The group has its big annual fundraiser coming up, when Porte and many others will be participating in the Scotiabank Vancouver Half Marathon on Sunday (June 24).
B.C. Children’s Hospital’s pediatric rheumatology clinic is actively involved in research nationwide and is collaborating with other centres across Canada in a study that’s looking at 1,500 kids with juvenile idiopathic arthritis.
“Our team consists of doctors, nurses, a physical therapist, an occupational therapist, and a social worker,” says Tucker, a clinical associate professor of pediatrics at UBC’s school of medicine. “All of us see patients and parents all together at one time, so it’s one-stop shopping. We have many families who come from all over the province, and they might see any or all of those care providers, depending on what their situation is.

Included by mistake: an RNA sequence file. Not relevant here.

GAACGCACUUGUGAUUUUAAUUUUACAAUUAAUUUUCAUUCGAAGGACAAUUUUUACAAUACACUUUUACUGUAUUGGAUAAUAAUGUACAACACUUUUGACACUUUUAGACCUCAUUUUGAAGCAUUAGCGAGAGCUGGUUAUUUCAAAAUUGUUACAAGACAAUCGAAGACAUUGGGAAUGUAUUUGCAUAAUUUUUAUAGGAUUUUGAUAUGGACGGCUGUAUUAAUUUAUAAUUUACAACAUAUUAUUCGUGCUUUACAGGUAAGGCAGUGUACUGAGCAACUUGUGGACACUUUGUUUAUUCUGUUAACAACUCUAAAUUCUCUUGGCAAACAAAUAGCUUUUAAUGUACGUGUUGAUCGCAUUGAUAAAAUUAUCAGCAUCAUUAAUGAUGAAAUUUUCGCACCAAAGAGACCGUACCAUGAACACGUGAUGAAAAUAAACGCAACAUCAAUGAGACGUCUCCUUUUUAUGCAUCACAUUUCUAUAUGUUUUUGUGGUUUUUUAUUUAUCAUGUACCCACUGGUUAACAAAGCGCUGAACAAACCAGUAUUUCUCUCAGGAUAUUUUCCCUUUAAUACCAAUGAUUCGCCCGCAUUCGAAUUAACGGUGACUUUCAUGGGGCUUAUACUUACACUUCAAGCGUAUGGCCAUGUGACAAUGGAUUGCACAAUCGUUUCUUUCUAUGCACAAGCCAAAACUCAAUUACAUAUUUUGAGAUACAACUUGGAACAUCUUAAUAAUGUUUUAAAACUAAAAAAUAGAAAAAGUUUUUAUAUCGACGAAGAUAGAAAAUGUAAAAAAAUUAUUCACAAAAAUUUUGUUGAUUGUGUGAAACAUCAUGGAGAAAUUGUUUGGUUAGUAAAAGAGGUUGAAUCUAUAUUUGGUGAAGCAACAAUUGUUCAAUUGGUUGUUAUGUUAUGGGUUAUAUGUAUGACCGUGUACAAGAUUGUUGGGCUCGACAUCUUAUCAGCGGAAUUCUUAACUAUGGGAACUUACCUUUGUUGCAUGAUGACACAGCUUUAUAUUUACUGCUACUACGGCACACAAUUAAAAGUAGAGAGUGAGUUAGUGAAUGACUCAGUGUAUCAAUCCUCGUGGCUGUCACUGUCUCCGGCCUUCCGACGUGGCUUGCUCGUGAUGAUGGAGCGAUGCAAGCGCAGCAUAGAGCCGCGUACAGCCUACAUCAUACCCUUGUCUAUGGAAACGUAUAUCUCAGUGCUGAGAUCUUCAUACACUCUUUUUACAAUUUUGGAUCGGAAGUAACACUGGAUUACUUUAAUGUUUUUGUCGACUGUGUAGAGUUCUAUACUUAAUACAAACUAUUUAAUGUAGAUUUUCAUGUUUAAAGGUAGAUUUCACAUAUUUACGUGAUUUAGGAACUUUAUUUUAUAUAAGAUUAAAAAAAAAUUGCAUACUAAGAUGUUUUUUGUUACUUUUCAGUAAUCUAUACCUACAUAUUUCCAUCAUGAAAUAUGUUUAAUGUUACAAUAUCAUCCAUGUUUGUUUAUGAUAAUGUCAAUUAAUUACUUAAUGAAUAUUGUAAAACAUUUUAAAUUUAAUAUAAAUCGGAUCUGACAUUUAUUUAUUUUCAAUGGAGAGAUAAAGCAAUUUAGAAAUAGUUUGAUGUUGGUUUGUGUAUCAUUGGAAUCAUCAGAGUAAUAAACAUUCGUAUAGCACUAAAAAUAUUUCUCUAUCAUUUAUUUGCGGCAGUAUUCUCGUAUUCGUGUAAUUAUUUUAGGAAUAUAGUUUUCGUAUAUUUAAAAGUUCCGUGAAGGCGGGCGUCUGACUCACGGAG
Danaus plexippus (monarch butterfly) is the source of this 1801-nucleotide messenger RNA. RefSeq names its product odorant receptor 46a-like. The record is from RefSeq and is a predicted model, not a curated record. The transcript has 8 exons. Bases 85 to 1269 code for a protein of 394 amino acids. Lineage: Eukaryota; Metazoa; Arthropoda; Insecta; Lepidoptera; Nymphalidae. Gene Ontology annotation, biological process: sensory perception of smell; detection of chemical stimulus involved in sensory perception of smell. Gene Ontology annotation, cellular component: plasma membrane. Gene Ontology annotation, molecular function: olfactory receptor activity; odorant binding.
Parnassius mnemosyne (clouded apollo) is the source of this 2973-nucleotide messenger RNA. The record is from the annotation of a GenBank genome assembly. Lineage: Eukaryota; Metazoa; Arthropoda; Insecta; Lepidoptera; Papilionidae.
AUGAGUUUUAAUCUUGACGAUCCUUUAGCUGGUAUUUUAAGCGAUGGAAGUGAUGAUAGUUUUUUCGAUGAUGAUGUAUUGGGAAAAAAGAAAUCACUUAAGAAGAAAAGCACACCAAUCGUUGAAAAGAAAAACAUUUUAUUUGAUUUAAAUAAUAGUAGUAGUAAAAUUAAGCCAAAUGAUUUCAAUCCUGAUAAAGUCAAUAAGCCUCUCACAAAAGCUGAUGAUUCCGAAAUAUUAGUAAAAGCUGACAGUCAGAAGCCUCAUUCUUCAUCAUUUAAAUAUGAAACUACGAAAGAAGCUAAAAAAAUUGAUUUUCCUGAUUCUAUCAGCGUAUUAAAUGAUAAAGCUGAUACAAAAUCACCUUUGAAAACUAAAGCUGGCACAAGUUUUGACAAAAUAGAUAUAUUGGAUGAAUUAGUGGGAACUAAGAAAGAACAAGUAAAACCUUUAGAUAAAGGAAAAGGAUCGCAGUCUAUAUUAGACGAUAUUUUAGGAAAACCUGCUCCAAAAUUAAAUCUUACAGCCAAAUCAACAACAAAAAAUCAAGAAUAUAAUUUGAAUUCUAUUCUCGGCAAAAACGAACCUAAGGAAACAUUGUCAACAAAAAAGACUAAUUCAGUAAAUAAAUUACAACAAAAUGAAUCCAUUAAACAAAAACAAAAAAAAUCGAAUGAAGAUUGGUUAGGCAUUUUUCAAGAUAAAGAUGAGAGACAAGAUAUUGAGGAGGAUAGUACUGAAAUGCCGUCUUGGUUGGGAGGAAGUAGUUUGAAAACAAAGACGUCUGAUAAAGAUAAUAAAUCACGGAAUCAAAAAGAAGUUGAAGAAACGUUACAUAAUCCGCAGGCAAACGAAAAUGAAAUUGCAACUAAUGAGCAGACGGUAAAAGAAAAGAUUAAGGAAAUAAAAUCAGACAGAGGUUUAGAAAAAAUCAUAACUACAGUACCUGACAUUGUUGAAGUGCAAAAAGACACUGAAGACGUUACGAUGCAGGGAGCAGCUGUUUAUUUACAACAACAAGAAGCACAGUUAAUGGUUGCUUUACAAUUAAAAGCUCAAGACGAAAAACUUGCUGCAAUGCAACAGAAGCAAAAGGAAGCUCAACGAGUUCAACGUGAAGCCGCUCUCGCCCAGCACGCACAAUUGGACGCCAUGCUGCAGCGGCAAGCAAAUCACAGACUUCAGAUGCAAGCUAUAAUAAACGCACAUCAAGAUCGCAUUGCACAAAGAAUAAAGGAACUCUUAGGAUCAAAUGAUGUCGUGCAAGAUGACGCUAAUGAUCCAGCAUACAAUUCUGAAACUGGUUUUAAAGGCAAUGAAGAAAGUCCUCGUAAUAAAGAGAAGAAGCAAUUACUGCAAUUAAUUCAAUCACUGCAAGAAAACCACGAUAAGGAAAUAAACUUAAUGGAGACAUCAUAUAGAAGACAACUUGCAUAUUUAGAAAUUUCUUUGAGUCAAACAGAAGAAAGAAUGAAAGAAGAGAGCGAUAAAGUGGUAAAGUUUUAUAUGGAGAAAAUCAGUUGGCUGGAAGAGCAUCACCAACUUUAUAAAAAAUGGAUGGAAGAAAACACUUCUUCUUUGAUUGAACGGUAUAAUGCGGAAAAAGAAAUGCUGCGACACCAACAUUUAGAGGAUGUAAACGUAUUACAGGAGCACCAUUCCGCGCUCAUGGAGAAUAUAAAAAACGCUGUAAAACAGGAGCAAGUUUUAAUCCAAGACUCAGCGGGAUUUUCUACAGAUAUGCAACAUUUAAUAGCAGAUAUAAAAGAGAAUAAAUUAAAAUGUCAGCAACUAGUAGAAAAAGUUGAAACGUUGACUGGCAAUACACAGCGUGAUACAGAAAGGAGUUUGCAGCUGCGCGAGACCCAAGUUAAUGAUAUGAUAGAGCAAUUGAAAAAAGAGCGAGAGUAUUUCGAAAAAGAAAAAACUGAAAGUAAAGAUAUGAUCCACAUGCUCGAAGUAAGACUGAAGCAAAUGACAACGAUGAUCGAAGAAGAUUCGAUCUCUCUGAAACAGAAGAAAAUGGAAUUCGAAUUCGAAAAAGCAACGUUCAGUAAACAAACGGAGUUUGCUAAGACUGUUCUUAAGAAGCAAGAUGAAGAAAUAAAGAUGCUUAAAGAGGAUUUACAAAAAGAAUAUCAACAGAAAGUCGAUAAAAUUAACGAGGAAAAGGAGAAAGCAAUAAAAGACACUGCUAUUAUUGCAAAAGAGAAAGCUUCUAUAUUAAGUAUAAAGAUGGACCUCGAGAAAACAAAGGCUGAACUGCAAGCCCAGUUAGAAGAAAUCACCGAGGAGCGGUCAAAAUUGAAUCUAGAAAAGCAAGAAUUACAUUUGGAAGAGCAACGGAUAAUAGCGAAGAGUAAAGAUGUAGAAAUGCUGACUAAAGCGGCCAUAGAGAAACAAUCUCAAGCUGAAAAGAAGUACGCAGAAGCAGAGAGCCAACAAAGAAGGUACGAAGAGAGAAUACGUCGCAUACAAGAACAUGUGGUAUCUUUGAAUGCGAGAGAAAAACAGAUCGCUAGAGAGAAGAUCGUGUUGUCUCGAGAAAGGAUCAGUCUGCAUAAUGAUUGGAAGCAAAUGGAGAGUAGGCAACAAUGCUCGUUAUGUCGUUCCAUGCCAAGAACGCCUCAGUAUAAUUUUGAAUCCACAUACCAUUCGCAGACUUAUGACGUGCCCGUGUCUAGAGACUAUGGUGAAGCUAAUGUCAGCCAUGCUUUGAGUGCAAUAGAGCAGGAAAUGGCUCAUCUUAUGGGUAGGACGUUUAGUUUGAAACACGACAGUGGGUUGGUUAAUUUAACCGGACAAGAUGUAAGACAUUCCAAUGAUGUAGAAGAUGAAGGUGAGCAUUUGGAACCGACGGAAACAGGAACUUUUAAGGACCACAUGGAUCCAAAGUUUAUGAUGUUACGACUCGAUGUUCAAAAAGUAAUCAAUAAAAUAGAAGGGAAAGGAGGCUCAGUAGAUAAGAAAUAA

“With treatment, most kids do improve quite rapidly, within six to 12 months, but they need to be taking medication,” Tucker adds. “Early treatment, we feel, gives the best outcome.”
The Vancouver clinic is also researching the effect of physical activity on juvenile idiopathic arthritis.
“We do recommend keeping active and participating in physical activity. That’s another myth: we commonly see kids who’ve been seen by another physician who told them to stop PE and not do any activity.
“There are lots of kids who play soccer, who play volleyball…” Tucker says. “One of our big research projects is looking at physical activity in kids with arthritis, to look at safe recommendations for exercise and to understand how it may improve inflammation.”
It's believed that one in 1,000 kids has juvenile idiopathic arthritis, though Tucker says the number may be higher. Still, it’s far more prevalent than people realize. “In a big school, there’s probably one or two kids who have arthritis,” she notes. “It’s far more common than some diseases that people are well aware of, like cystic fibrosis and even some new diagnoses of cancer. Because of that low profile, there’s far less research funding.
“But early diagnosis is so important, and early treatment leads to good outcomes.”